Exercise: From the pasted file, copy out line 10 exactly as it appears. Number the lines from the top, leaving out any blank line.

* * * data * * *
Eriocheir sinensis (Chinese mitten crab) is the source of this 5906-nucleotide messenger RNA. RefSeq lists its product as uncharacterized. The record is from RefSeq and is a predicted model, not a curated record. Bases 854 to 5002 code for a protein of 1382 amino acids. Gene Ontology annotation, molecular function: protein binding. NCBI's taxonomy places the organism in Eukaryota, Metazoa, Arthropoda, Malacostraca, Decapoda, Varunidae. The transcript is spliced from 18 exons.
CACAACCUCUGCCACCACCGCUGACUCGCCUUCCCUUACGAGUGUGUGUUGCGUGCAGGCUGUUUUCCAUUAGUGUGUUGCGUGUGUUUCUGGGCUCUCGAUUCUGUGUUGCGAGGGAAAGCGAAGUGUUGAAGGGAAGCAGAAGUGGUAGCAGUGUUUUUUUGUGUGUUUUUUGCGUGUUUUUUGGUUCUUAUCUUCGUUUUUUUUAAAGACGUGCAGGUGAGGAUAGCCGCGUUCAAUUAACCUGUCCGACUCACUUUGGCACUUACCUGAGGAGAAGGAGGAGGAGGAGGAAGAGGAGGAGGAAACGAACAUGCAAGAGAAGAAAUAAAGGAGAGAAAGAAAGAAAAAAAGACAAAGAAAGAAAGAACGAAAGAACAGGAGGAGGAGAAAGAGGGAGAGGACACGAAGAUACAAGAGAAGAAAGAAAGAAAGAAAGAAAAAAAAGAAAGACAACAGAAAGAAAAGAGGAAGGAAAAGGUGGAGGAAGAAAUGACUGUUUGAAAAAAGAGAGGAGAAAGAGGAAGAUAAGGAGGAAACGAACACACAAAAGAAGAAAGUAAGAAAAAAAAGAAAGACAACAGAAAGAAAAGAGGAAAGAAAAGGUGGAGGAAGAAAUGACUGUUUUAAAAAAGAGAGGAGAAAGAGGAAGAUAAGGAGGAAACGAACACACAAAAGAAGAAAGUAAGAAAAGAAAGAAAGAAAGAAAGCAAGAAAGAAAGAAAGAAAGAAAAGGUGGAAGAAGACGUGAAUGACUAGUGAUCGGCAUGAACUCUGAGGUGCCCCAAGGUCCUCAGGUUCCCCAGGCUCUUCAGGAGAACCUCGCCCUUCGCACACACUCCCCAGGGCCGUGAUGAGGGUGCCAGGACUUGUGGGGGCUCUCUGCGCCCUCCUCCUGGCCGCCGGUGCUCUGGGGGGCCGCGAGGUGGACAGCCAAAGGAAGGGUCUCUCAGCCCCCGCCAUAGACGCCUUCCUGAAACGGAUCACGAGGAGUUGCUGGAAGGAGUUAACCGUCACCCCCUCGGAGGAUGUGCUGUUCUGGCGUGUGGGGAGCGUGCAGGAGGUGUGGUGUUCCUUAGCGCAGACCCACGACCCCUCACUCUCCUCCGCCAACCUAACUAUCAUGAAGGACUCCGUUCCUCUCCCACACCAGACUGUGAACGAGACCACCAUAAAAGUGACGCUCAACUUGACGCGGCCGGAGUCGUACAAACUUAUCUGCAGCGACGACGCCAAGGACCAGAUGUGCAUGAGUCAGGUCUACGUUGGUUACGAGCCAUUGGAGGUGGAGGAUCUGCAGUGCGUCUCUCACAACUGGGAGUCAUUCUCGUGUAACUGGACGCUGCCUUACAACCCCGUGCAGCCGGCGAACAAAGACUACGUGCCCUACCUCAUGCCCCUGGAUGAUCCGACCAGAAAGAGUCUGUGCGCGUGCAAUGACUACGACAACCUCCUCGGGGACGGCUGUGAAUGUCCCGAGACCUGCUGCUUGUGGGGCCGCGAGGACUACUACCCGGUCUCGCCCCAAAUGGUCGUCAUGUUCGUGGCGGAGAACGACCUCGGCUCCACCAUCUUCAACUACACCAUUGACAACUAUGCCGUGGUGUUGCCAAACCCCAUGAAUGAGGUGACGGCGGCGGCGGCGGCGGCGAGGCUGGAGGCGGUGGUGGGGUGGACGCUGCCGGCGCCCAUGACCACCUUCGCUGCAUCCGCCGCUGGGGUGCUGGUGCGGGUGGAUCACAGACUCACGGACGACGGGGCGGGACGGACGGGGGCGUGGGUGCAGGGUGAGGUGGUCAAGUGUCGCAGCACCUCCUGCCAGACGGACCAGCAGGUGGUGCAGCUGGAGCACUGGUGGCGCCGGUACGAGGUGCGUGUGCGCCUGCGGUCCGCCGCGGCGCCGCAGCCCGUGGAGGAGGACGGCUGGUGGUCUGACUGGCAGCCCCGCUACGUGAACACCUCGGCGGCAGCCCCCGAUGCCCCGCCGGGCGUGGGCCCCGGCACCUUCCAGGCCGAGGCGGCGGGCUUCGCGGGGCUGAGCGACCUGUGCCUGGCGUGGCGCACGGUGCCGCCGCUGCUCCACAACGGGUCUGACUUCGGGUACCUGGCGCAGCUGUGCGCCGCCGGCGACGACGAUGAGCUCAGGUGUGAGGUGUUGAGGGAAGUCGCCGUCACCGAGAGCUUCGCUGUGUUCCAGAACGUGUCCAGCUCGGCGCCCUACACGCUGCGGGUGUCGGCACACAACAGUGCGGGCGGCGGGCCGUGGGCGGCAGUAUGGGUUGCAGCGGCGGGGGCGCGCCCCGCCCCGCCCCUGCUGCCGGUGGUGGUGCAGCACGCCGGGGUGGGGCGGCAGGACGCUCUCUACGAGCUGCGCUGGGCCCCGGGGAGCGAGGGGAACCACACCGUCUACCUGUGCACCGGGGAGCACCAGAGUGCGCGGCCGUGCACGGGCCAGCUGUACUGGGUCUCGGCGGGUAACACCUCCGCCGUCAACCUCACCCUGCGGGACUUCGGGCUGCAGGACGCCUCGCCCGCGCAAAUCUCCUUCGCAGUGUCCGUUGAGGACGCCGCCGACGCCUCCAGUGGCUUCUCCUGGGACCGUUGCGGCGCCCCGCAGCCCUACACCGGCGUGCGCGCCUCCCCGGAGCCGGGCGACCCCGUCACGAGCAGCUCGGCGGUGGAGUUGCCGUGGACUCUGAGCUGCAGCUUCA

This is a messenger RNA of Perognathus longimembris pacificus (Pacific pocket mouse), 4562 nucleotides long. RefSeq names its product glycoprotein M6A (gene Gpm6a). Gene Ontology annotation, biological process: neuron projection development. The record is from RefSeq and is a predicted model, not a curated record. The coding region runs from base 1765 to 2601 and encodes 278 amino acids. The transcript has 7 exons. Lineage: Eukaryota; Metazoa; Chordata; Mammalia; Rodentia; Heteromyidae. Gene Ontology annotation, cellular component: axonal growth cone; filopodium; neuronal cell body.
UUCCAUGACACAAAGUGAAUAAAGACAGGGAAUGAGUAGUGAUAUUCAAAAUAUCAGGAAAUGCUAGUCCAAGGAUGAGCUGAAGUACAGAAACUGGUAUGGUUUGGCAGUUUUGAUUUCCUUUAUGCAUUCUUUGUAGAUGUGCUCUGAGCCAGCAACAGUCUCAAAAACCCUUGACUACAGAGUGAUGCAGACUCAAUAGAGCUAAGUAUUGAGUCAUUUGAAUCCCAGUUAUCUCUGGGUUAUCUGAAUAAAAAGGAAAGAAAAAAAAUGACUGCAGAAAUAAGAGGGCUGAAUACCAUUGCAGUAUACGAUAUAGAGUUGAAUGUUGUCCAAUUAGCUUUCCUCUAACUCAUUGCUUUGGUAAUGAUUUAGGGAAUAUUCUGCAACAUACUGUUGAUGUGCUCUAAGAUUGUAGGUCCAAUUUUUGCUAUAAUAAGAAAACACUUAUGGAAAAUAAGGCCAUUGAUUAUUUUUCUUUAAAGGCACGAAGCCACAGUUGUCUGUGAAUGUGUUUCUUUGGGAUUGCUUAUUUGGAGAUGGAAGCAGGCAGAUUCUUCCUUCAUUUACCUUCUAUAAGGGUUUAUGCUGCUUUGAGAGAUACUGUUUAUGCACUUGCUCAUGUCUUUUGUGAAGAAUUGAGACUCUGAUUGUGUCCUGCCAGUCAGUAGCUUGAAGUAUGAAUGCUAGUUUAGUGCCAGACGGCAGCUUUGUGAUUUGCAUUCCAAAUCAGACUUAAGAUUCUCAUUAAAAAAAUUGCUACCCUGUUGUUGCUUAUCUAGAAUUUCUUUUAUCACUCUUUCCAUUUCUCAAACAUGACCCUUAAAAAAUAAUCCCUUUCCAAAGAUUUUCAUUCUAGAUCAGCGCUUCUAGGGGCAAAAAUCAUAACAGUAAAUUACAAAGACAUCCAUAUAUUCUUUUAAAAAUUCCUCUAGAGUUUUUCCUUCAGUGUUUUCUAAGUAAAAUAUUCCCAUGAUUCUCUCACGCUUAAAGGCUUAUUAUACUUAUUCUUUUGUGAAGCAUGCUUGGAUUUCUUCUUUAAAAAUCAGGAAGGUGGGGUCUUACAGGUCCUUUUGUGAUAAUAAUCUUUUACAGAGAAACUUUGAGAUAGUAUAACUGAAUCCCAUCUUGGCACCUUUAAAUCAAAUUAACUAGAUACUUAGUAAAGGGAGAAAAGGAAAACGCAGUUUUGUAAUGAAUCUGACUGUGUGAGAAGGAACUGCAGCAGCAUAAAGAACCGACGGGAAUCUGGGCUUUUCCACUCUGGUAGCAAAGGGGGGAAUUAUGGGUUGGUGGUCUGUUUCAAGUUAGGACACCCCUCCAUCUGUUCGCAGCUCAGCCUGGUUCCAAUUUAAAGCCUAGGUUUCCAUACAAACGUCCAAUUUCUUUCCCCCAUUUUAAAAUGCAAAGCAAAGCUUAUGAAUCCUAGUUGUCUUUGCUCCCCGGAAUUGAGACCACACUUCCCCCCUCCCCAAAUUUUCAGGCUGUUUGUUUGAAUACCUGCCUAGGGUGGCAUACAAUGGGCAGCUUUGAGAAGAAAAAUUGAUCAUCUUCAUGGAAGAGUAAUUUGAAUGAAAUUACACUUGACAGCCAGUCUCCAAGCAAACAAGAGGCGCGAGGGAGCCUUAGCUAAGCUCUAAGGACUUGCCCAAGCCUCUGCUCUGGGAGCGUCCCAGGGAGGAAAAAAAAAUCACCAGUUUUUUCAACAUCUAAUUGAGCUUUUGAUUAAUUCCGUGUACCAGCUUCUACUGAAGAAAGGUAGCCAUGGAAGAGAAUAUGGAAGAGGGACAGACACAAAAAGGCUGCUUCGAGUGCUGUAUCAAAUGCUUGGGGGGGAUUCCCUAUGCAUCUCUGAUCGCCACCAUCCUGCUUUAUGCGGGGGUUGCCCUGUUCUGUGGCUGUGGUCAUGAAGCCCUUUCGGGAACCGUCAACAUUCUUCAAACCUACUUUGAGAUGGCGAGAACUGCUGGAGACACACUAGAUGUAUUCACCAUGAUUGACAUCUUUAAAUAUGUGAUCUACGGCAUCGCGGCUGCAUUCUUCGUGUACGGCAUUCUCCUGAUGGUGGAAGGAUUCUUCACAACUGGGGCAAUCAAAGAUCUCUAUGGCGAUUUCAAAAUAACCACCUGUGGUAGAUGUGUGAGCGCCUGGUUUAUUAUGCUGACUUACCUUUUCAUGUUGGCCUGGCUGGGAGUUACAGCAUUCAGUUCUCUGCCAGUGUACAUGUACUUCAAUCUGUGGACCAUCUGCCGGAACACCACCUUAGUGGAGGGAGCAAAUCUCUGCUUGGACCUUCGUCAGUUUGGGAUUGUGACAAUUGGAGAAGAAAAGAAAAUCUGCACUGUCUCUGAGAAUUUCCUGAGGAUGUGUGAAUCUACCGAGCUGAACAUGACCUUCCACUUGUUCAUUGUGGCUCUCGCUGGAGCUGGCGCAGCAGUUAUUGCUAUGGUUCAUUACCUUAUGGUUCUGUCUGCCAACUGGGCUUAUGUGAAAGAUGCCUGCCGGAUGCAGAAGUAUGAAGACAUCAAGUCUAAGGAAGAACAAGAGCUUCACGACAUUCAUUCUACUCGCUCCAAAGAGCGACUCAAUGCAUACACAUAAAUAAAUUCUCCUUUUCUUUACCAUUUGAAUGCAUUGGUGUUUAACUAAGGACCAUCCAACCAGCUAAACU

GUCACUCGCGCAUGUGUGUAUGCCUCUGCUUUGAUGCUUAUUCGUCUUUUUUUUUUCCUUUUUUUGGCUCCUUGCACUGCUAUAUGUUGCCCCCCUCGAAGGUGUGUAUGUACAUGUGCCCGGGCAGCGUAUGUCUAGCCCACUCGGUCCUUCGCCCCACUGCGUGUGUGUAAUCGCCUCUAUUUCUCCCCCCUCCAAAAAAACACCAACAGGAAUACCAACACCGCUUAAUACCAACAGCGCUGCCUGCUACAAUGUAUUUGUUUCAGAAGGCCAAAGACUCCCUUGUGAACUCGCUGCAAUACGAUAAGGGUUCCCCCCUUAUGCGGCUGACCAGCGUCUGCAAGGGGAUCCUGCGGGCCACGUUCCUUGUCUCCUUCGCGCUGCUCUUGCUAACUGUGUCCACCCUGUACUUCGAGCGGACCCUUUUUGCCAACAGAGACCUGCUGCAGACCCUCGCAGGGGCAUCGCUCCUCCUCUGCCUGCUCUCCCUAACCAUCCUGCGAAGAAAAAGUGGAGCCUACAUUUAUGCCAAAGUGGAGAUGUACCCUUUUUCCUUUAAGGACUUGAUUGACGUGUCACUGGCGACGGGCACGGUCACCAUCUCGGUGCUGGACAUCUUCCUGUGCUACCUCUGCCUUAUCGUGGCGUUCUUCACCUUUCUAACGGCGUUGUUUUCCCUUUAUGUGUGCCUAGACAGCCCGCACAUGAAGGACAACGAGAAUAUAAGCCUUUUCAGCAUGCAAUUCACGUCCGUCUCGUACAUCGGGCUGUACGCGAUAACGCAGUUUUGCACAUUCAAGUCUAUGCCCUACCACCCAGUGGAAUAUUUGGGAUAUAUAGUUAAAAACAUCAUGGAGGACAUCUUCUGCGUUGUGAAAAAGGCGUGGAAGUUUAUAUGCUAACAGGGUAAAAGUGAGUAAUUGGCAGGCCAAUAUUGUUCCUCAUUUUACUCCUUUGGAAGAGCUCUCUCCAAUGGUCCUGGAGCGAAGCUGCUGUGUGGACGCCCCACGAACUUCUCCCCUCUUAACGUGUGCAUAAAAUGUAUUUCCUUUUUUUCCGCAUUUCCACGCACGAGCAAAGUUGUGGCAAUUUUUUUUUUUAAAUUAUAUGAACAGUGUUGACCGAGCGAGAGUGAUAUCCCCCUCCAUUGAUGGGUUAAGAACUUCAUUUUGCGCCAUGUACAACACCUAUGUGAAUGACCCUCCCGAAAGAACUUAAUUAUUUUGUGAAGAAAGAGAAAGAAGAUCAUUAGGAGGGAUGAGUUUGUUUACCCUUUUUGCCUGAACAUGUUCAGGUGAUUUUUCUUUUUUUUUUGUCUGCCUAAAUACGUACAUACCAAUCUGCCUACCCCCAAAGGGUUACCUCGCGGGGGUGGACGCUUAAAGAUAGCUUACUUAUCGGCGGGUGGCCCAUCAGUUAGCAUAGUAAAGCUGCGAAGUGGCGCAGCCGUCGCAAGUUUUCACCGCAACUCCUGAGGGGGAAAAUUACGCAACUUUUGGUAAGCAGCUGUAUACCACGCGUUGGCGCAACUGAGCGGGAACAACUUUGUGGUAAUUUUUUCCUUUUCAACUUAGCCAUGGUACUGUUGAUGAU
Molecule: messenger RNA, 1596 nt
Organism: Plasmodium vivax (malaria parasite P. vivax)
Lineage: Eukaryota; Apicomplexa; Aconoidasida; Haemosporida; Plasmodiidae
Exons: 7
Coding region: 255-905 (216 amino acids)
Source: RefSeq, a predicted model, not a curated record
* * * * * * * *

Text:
Coding region: 255-905 (216 amino acids)